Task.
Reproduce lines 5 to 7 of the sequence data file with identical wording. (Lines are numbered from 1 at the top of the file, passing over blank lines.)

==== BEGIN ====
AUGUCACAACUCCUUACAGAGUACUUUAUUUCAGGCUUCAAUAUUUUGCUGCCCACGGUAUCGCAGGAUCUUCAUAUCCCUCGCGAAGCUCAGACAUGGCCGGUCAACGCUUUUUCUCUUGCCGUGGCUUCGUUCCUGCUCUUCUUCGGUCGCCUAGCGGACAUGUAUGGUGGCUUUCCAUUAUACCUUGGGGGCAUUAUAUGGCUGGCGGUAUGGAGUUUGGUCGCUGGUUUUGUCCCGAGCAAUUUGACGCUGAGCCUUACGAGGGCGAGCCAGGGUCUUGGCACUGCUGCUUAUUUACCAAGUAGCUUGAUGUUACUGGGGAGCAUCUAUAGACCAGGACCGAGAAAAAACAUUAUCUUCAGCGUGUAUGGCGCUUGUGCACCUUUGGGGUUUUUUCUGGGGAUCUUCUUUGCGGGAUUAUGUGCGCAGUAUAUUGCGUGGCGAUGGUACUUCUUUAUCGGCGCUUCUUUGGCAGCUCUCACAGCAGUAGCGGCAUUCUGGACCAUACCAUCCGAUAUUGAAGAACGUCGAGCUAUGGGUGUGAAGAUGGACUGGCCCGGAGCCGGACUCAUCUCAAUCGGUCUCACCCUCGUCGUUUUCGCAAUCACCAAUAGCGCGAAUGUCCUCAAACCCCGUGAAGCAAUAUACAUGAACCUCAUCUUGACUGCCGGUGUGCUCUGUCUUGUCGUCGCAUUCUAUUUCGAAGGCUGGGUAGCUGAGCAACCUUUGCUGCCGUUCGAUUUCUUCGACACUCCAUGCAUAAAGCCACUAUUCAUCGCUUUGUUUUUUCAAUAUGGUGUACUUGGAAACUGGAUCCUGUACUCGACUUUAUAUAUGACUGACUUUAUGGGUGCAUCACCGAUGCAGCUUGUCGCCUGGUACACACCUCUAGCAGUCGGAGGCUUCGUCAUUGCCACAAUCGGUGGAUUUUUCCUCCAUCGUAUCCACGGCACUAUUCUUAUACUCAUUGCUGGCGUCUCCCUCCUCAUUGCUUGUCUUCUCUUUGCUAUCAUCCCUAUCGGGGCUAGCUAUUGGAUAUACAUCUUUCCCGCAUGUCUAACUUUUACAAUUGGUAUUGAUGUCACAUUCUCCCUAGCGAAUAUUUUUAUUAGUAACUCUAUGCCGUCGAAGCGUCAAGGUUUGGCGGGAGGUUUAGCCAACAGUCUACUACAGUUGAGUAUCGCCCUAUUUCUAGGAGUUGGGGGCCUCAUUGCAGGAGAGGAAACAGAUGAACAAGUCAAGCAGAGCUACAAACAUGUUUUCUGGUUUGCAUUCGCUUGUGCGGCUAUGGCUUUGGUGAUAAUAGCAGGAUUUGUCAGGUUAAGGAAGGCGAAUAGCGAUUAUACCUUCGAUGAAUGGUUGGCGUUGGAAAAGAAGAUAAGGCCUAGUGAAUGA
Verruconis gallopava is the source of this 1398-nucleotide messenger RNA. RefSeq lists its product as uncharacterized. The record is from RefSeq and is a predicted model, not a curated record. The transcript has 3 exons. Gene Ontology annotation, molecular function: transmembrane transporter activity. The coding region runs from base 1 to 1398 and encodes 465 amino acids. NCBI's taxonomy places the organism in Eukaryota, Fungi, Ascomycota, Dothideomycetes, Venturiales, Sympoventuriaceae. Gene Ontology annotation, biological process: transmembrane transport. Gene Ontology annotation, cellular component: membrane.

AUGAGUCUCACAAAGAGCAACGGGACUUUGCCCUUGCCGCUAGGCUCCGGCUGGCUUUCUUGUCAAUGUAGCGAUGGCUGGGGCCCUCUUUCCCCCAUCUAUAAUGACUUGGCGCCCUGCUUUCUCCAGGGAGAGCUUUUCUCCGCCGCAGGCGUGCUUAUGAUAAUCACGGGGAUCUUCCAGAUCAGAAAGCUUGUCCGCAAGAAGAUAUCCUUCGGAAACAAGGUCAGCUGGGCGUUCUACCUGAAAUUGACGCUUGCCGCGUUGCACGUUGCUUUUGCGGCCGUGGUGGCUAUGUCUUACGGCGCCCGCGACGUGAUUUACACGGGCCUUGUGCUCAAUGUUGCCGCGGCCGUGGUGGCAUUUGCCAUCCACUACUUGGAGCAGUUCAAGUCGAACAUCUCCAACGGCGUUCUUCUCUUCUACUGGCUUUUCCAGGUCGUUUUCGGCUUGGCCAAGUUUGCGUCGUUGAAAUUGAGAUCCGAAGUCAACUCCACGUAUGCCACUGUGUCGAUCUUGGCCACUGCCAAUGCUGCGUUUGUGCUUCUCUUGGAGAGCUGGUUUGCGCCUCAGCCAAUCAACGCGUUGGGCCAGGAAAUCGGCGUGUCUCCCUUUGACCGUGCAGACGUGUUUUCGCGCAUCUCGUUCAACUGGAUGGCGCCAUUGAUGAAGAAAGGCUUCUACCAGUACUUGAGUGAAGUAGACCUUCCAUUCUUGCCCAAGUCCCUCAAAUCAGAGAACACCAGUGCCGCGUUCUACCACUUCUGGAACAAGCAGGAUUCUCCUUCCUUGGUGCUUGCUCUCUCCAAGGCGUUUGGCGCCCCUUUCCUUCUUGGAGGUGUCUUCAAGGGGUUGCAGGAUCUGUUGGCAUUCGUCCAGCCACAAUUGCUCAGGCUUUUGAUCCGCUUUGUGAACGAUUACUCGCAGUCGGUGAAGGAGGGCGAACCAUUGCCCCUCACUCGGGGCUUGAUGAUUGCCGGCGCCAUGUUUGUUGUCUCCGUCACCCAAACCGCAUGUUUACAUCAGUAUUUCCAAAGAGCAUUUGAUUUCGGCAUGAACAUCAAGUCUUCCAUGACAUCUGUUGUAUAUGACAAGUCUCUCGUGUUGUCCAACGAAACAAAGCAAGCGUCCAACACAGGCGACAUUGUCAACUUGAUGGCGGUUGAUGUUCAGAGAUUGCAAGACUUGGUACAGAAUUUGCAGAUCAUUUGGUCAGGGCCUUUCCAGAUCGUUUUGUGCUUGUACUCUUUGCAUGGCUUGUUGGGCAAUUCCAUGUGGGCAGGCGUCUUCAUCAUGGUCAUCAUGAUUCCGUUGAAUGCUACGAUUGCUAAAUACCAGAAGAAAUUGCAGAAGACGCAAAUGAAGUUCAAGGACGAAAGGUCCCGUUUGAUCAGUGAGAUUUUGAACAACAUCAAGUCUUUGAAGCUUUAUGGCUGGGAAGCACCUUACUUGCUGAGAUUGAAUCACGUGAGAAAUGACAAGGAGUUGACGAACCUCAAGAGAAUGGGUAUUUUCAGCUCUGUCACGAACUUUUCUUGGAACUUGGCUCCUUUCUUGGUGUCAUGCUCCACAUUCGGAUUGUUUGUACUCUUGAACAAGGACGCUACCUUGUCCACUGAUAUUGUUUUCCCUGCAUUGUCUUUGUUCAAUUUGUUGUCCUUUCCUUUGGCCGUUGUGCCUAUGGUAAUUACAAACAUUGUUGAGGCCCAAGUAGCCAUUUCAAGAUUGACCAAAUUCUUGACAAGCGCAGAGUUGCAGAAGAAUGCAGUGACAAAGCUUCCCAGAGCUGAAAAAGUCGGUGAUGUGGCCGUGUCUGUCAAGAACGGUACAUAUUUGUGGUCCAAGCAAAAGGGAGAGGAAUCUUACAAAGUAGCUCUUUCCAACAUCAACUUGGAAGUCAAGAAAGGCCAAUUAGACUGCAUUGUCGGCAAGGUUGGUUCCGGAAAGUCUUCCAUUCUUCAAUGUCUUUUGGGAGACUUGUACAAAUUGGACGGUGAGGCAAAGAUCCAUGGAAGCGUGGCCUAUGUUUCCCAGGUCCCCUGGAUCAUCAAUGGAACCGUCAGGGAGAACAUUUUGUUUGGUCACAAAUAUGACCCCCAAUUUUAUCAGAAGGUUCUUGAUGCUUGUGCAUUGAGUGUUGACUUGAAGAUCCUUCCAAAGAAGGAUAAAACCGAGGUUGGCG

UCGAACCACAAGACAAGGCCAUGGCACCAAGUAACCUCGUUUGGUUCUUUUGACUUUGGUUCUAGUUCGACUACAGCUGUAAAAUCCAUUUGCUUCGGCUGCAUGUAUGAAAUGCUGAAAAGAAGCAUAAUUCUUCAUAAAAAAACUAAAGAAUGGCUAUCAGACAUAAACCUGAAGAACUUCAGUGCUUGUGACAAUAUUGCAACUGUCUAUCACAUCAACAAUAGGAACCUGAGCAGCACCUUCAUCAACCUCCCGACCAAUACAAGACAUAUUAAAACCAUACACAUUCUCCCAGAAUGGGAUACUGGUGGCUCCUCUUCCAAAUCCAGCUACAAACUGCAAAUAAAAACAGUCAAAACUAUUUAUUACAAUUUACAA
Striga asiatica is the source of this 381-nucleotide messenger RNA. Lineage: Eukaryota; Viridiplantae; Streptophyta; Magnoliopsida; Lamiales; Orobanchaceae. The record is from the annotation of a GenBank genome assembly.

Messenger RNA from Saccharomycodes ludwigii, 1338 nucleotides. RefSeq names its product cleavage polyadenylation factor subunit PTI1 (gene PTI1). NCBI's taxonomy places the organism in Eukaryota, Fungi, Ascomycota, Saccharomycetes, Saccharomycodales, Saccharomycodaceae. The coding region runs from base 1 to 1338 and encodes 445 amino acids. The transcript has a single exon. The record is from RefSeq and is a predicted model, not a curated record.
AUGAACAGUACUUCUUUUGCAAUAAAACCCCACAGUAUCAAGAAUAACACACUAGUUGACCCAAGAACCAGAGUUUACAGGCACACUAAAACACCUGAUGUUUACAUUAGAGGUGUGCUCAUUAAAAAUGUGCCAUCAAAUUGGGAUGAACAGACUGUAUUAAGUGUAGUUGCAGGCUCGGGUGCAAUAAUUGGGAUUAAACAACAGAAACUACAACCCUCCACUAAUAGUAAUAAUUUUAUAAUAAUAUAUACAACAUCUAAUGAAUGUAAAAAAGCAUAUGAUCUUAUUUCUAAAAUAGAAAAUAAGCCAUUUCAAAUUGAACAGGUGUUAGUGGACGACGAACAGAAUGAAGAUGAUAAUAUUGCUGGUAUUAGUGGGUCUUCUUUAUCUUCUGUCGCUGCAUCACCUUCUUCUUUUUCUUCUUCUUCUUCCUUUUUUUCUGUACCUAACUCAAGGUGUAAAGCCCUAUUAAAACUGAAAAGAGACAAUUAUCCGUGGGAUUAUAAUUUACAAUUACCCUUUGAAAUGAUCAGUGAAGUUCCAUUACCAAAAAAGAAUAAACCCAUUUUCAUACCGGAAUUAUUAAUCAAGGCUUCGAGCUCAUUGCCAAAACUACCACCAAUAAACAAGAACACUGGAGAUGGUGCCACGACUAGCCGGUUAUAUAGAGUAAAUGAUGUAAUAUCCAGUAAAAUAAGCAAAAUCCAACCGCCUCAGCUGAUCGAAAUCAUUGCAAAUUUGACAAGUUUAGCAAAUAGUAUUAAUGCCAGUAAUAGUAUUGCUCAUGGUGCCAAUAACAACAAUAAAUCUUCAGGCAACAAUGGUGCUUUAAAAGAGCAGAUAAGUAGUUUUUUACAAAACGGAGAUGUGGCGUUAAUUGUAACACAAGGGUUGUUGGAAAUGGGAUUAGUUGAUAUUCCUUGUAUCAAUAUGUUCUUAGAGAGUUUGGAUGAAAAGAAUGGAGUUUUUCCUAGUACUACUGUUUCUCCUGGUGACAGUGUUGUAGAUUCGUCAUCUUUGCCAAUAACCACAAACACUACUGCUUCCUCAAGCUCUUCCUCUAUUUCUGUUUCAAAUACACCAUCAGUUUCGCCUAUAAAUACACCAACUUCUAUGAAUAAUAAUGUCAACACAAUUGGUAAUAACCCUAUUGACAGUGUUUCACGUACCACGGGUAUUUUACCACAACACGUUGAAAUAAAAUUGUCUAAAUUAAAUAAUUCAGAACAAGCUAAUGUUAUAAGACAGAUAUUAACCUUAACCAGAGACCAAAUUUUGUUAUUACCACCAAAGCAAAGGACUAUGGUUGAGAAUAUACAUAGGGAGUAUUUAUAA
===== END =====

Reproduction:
Striga asiatica is the source of this 381-nucleotide messenger RNA. Lineage: Eukaryota; Viridiplantae; Streptophyta; Magnoliopsida; Lamiales; Orobanchaceae. The record is from the annotation of a GenBank genome assembly.

Messenger RNA from Saccharomycodes ludwigii, 1338 nucleotides. RefSeq names its product cleavage polyadenylation factor subunit PTI1 (gene PTI1). NCBI's taxonomy places the organism in Eukaryota, Fungi, Ascomycota, Saccharomycetes, Saccharomycodales, Saccharomycodaceae. The coding region runs from base 1 to 1338 and encodes 445 amino acids. The transcript has a single exon. The record is from RefSeq and is a predicted model, not a curated record.
AUGAACAGUACUUCUUUUGCAAUAAAACCCCACAGUAUCAAGAAUAACACACUAGUUGACCCAAGAACCAGAGUUUACAGGCACACUAAAACACCUGAUGUUUACAUUAGAGGUGUGCUCAUUAAAAAUGUGCCAUCAAAUUGGGAUGAACAGACUGUAUUAAGUGUAGUUGCAGGCUCGGGUGCAAUAAUUGGGAUUAAACAACAGAAACUACAACCCUCCACUAAUAGUAAUAAUUUUAUAAUAAUAUAUACAACAUCUAAUGAAUGUAAAAAAGCAUAUGAUCUUAUUUCUAAAAUAGAAAAUAAGCCAUUUCAAAUUGAACAGGUGUUAGUGGACGACGAACAGAAUGAAGAUGAUAAUAUUGCUGGUAUUAGUGGGUCUUCUUUAUCUUCUGUCGCUGCAUCACCUUCUUCUUUUUCUUCUUCUUCUUCCUUUUUUUCUGUACCUAACUCAAGGUGUAAAGCCCUAUUAAAACUGAAAAGAGACAAUUAUCCGUGGGAUUAUAAUUUACAAUUACCCUUUGAAAUGAUCAGUGAAGUUCCAUUACCAAAAAAGAAUAAACCCAUUUUCAUACCGGAAUUAUUAAUCAAGGCUUCGAGCUCAUUGCCAAAACUACCACCAAUAAACAAGAACACUGGAGAUGGUGCCACGACUAGCCGGUUAUAUAGAGUAAAUGAUGUAAUAUCCAGUAAAAUAAGCAAAAUCCAACCGCCUCAGCUGAUCGAAAUCAUUGCAAAUUUGACAAGUUUAGCAAAUAGUAUUAAUGCCAGUAAUAGUAUUGCUCAUGGUGCCAAUAACAACAAUAAAUCUUCAGGCAACAAUGGUGCUUUAAAAGAGCAGAUAAGUAGUUUUUUACAAAACGGAGAUGUGGCGUUAAUUGUAACACAAGGGUUGUUGGAAAUGGGAUUAGUUGAUAUUCCUUGUAUCAAUAUGUUCUUAGAGAGUUUGGAUGAAAAGAAUGGAGUUUUUCCUAGUACUACUGUUUCUCCUGGUGACAGUGUUGUAGAUUCGUCAUCUUUGCCAAUAACCACAAACACUACUGCUUCCUCAAGCUCUUCCUCUAUUUCUGUUUCAAAUACACCAUCAGUUUCGCCUAUAAAUACACCAACUUCUAUGAAUAAUAAUGUCAACACAAUUGGUAAUAACCCUAUUGACAGUGUUUCACGUACCACGGGUAUUUUACCACAACACGUUGAAAUAAAAUUGUCUAAAUUAAAUAAUUCAGAACAAGCUAAUGUUAUAAGACAGAUAUUAACCUUAACCAGAGACCAAAUUUUGUUAUUACCACCAAAGCAAAGGACUAUGGUUGAGAAUAUACAUAGGGAGUAUUUAUAA